In Luhrmann’s version of the play, the Capulets and Montagues first meet in a gas

station, where they exchange insults. In the older version of “Romeo and Juliet,” the

Montagues and Capulets meet in the narrow streets of their city. For a modern teenager,

a gas station is a more believable location for a fight, for many gang wars (in life and in the

theater) actually take place in this sort of turf. This location helps to describe the extreme

situation of the fighting families. Also, the masquerade ball of the Capulets occurs in a

believable location: a giant dance hall, reminiscent of many New York night clubs and

discos. With a soaring ceiling and a wall-long tropical fish tank, Romeo and Juliet meet,

as if attending a fantastic high school dance. In Zeffirelli’s version of Shakespeare,

however, the two lovers meet in a dismal costume ball, while watching a minstrel sing a

doleful acappella tune. This 1968 version of the great celebration seems to have no style,

action, or romance. The 1996 version, however, has wild yet graceful camera angles and

loud music, to keep the average teenager from leaving the theater.

The last setting change that creates a radical experience is the most famous

balcony scene. In the latest rendition of the play, though, the balcony is skillfully

interchanged with a pool. This produces an intense scene (in which the actors are fully

clothed) that is more interesting than the traditional balcony scene of the Zeffirelli film

because it is more extravagant and revolutionary.

The setting change and the constant updating in Luhrmann’s film is only enhanced

by the use of the original Shakespearean language to create the ultimate “Romeo and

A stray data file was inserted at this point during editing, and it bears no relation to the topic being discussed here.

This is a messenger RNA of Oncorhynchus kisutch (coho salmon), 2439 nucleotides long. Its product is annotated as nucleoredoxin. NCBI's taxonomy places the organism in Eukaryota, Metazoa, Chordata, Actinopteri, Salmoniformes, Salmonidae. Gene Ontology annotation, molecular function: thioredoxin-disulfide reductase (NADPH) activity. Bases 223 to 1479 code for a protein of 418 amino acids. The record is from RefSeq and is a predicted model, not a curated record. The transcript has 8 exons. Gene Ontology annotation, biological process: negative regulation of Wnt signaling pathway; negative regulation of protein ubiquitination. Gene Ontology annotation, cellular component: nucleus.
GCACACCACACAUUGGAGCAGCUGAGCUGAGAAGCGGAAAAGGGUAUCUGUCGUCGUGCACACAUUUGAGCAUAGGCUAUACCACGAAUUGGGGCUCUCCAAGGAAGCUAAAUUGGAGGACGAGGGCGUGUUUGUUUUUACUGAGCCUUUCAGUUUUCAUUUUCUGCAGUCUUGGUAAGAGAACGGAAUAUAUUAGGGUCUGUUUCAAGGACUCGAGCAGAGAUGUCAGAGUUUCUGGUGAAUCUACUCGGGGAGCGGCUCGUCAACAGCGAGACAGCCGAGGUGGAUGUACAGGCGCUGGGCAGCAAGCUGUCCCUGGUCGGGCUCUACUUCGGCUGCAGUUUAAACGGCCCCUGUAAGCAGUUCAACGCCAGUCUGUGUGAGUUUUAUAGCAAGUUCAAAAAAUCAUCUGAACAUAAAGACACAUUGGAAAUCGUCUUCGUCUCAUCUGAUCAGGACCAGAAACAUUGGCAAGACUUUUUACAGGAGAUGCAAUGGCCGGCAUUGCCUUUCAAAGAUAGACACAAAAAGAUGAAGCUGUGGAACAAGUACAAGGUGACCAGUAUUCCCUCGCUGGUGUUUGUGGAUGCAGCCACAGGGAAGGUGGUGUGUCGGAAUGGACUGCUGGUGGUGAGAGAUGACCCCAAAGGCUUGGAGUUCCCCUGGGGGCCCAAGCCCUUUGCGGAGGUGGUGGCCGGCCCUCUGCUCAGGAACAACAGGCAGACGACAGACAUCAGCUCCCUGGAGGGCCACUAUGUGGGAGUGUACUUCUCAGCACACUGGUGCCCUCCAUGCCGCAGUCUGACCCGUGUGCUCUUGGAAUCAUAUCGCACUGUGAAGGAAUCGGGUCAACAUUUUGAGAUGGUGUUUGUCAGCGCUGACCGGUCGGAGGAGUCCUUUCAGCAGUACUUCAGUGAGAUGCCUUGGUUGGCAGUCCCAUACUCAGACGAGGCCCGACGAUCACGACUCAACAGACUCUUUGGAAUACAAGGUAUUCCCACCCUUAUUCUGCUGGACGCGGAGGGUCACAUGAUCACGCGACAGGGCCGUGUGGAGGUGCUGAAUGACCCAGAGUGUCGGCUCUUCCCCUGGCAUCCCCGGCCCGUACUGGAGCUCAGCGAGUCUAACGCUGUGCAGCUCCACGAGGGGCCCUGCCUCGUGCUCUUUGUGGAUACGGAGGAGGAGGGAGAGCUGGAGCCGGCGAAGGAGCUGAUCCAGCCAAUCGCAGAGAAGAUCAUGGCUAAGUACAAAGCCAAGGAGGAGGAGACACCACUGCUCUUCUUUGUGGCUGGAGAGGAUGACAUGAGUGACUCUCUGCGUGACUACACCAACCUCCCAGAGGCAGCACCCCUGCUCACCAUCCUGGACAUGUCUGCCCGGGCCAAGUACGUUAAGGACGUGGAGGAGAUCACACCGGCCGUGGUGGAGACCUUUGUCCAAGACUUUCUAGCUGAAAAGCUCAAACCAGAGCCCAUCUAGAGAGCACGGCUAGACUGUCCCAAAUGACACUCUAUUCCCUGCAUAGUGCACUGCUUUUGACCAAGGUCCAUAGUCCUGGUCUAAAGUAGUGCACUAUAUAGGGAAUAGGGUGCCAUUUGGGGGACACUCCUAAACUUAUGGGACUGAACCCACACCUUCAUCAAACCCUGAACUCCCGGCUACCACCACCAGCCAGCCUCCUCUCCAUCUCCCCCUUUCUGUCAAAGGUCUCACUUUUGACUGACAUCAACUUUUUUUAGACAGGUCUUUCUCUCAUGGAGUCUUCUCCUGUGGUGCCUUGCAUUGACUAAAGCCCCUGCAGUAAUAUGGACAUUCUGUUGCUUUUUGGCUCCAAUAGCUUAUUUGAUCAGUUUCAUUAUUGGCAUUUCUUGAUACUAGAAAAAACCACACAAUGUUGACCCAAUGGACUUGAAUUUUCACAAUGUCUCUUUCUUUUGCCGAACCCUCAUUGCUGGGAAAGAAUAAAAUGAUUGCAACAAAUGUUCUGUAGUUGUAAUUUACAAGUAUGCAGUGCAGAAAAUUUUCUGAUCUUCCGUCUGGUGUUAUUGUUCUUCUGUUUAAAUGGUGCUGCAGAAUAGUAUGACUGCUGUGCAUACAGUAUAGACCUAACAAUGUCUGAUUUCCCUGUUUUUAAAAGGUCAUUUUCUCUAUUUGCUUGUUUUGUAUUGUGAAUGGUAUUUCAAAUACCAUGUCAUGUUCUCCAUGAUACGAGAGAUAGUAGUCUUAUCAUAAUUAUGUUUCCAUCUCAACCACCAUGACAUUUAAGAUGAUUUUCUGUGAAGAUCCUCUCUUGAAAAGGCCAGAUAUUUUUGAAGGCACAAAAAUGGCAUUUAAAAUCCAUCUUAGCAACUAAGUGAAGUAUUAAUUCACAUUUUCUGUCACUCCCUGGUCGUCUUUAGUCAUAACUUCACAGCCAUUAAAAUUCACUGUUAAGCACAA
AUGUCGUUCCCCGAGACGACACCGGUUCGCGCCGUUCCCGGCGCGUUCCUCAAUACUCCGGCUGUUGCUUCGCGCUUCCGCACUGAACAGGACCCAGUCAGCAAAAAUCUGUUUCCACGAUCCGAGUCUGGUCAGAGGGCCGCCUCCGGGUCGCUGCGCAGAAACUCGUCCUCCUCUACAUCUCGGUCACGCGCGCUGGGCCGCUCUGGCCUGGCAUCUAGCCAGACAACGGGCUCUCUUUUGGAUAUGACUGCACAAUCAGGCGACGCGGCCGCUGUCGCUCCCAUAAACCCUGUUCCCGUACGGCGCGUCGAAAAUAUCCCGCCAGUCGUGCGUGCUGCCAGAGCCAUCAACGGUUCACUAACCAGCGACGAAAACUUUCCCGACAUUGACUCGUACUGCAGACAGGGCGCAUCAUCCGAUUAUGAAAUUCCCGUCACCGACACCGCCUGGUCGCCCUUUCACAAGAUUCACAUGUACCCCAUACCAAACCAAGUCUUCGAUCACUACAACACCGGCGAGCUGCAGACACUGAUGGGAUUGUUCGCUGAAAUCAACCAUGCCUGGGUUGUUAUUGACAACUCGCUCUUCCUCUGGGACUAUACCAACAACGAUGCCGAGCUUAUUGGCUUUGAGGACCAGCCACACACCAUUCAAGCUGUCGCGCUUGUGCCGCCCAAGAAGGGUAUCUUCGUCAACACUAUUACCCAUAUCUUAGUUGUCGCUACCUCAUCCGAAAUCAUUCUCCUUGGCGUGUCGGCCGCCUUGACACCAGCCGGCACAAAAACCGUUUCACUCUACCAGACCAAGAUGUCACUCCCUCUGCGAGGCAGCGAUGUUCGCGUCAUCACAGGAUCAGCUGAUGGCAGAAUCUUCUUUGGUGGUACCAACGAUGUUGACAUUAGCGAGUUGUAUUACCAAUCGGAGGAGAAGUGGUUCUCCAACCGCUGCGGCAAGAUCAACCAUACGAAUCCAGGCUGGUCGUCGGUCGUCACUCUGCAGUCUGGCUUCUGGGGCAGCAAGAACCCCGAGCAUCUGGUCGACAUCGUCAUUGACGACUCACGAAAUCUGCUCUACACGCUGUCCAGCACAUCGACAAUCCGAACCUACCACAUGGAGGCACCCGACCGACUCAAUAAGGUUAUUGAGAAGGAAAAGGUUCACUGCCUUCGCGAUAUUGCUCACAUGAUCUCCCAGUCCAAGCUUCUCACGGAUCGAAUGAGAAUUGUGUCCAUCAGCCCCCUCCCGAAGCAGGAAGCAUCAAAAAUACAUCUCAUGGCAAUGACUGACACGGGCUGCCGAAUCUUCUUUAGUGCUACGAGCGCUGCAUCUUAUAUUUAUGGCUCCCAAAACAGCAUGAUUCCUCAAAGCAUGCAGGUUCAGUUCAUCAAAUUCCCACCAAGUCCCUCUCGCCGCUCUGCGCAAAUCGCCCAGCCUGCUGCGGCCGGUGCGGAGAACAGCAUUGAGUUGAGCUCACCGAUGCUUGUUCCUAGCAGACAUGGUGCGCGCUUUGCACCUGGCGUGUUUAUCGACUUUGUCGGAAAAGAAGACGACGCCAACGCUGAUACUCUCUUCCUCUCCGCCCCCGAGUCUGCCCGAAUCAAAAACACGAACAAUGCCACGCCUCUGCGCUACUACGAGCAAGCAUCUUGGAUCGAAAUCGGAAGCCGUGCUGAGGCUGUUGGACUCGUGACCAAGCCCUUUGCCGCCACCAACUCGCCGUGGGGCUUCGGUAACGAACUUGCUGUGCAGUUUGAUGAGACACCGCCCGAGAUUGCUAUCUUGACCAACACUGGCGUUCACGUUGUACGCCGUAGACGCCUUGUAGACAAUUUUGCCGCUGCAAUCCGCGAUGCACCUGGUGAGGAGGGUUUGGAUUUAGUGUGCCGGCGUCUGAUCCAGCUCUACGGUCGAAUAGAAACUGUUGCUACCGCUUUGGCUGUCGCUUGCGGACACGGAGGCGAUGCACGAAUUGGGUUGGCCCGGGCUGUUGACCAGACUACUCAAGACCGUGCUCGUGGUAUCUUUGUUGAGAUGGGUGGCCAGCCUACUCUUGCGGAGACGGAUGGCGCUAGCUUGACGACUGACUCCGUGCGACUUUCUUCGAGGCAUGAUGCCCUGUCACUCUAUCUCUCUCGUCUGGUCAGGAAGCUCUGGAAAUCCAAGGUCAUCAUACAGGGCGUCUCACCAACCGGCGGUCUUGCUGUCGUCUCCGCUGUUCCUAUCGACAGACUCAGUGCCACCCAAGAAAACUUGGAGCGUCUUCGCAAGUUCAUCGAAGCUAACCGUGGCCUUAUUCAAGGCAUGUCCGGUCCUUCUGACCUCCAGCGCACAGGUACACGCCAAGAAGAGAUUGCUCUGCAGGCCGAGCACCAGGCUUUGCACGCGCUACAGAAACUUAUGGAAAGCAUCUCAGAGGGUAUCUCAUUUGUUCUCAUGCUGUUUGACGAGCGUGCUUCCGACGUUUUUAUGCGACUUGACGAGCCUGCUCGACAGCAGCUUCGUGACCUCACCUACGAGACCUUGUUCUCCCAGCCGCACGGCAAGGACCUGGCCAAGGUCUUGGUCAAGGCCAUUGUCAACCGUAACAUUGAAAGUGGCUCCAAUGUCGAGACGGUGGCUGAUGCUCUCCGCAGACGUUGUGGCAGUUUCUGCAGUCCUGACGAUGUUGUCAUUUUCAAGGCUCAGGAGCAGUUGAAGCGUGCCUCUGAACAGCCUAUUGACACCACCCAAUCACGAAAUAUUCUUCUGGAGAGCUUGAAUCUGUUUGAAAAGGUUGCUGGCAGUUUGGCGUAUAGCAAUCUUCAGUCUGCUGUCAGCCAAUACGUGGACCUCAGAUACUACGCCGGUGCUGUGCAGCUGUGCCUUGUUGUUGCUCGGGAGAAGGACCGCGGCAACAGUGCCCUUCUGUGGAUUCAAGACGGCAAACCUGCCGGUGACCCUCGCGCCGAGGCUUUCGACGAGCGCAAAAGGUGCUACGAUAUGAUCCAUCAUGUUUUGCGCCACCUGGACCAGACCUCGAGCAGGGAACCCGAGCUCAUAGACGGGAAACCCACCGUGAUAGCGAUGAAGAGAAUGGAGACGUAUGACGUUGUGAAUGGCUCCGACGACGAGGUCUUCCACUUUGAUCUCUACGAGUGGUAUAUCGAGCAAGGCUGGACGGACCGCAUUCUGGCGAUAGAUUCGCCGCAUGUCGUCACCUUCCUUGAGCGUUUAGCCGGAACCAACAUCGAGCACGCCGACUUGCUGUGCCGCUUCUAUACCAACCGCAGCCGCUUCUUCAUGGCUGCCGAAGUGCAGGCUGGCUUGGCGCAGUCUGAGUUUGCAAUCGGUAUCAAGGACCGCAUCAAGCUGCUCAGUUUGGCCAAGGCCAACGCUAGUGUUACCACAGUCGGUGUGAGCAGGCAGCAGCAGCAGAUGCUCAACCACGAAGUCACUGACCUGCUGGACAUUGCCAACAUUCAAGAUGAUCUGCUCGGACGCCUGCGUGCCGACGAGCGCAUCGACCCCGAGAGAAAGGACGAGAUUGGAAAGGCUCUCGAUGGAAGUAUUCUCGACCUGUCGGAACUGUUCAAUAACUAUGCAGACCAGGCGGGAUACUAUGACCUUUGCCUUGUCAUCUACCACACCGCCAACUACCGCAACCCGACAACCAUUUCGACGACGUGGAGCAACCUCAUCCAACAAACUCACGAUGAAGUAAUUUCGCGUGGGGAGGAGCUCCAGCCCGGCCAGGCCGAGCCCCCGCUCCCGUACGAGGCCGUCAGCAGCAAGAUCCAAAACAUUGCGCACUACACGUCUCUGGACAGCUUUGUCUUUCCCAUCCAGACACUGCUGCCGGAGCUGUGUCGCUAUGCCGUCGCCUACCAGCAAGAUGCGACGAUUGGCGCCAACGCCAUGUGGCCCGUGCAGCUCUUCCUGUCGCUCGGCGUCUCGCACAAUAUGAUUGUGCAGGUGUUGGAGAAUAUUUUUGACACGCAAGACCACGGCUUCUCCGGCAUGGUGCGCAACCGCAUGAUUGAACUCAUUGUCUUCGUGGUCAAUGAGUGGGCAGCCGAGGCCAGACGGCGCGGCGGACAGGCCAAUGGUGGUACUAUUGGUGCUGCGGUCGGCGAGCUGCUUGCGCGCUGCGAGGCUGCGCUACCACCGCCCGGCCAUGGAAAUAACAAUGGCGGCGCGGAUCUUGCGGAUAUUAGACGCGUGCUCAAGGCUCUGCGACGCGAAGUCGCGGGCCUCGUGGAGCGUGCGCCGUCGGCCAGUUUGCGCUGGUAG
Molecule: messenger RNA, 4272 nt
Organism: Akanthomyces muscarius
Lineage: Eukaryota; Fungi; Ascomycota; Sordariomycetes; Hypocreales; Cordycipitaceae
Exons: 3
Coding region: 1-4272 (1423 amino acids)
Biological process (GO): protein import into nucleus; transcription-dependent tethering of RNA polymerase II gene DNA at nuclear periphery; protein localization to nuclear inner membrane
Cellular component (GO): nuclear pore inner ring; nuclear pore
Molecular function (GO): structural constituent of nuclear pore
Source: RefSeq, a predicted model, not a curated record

Juliet.” For example, in order to preserve the Elizabethan language, the guns of the rival

factions are labeled “Rapier,” or “Dagger.” Thus, when a character asks for his long

sword or knife, he is not being anachronistic. Also, to avoid changing the Shakespearean

language, Tybalt wears a jacket with the logo “King of Cats,” which is his nickname. In

Zeffirelli’s version of the story, however, the audience must know the origin of this name

to be able to understand its connection to Tybalt. The actors do not wear any identifying

marks (such as the mark on Tybalt’s jacket) to help the observer understand the play.

Baz Luhrmann’s “William Shakespeare’s Romeo and Juliet” is a film that

transforms Shakespeare’s writings into a contemporary location, with modern concepts,

yet keeps the language of Shakespeare alive. Compared to Franco Zeffirelli’s “Romeo and

Juliet,” Luhrmann’s picture is easier to understand for a modern audience, and more

relevant to a modern viewer. The 1996 version of the play consequently captures the

spirit of Shakespeare’s writing: to entertain any audience. Said the director, Baz

Luhrmann of the film:

The idea behind the ‘created world’ was that it’s a made up world composed of 20th

century icons, and these images are there to clarify what’s being said, because once [the

viewer understands] it, the power and the beauty of the language [work] its magic.